Here are some tips to make the off season more productive and help get you prepared for this year.
- Actually take time off from running. Typically, I have my athletes take off running 10-14 days after a Marathon, about 4-10 days after a Half/10miler, and 1-3 after a 10k/5k.
- Keep moving. Just because you’re not running, doesn’t mean sit on your butt and do nothing. Do low intensity training for short durations, 30 minutes is a good measure. You can cycle, do yoga, swim, light resistance training, etc. Goal is to produce blood flow which will promote recovery.
- Come back slowly. Don’t rush back to high intensity training. I give my athletes training for marathons a month to recoup their bodies. We introduce running back slowly and keep the paces controlled and conversational. Use this planned recovery time off to rejuvenate your body so you can start chasing your next big racing goal.
- Focus on your nutrition. Refueling accurately and consistently after workouts/races will restore muscle and liver glycogen stores, replace fluid and electrolytes lost in sweat, promote muscle repair, and bolster the immune system. After a marathon, restock your muscles with carbs stores you lost, along with protein to repair muscles. To restore muscle glycogen and promote protein synthesis, consume 0.8g per kg of body weight of carbohydrate and 0.2g per kg of body weight of protein within 30 minutes of finishing. Try to get in as soon as you can, like 30 to 60 minutes; and be sure and eat a real meal within 3 hours. I also find that tart cherry juice helps with muscle soreness. Is it placebo? Research says no, and I continue to believe so too. Remember, protein is extremely important throughout your daily training as well, generally you want to get 1g of protein per pound of body weight. Now that’s typically tough to obtain, but you get the idea where you need to be.
- Introduce strength training exercises again. We all know that once marathon training comes around, our strength routine falls to the wayside. Start slowly and work with a coach to help you transition back, and learn some new exercises to boot.
- Stay clear of NSAIDs. They only take the edge off your pain, and they interfere with the healing process. The body is stronger than we give it credit for.
- Wear compression socks. It helps to deliver graduated pressure. This helps improve circulation in the surrounding muscles and pushes blood back toward the heart. Healing in a muscle begins when there is increased blood flow to the affected area.
- Elevate your legs. Elevating legs can help to reduce swelling, but is not clearing waste or lactic acid.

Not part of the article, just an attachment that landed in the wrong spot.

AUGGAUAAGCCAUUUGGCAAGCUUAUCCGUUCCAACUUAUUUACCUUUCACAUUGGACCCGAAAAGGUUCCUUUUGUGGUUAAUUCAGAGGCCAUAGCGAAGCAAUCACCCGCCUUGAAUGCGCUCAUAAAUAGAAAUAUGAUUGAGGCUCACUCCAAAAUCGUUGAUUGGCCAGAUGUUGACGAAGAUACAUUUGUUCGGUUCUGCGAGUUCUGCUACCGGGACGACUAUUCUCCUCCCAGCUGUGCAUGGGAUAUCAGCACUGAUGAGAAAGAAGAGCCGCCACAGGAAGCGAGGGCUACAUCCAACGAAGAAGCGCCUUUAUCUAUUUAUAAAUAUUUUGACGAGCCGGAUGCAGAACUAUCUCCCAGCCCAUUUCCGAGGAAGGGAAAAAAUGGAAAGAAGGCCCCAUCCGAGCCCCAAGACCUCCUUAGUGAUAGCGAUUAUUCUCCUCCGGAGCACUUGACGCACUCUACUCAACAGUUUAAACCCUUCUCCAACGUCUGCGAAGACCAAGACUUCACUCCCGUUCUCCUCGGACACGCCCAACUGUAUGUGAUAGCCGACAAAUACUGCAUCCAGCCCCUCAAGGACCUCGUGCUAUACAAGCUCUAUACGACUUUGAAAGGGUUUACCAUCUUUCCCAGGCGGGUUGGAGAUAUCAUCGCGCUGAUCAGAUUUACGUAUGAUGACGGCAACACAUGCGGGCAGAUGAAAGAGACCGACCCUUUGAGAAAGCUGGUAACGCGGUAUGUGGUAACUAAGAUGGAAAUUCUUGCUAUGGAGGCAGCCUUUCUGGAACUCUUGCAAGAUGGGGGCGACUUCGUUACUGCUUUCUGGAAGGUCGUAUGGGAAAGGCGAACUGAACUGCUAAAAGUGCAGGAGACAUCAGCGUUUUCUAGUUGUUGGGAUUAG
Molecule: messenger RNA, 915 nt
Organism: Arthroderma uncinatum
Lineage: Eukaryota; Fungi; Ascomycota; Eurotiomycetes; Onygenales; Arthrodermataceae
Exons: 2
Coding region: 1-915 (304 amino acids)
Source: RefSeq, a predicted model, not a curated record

- Foam roll and gently stretch.
- Get a massage. Not deep tissue, keep it light after a marathon.
- Take warm epsom salt baths.
- Take time to relax. Practice taking a deep breath and calming yourself down. You can do this anytime and it is good for your nervous system.
- And our biggest defense is sleep. This is super critical. I make sure that I get 8 hours of sleep every night. Other things to consider before putting your head on the pillow to get sound sleep:
a) Reducing disturbances by sleeping in a cool, dark room.
b) Avoid light exposure from electronics in the hour before bed.
c) Avoid stimulants such as caffeine.
d) Alcohol in the evening may decrease your sleep quality and duration.
Take your rest and recovery seriously. Most of us are Type A and can’t sit still, so try not to take on new projects, or find new ways to stress your body out again. Running is stress on our system, take time to heal it. Instead, plan massages and lots of downtime, put your feet up and really unload fatigue. Be sure and recover as hard as you train.
Natalie Johnston has been running since she was 13 years old, and has been a competitive athlete since the age of 3. She competed in sports ranging from horseback riding, competitive swimming, to dance. However, running was the one sport that stole her heart! She says,”Running frees my mind and soul, you can just grab your shoes and run anywhere!” Through many ups and downs in her life, running was the one place for her to let go, meditate (aka release her emotions), and grow as a person. She believes running is more than just getting fast times, it’s about connecting to something deeper in yourself; She believes that running saved her life in many ways. Through High School and College all Natalie thought about was being the best and getting fast, since then she has changed her way of thinking, and believes that you should train like you want to run until your 100. With that mindset, she has been able to run faster, be less stressed, and enjoy her runs even more now than she did before! Learn more about Natalie and her coaching at RUN F.I.T. Coaching.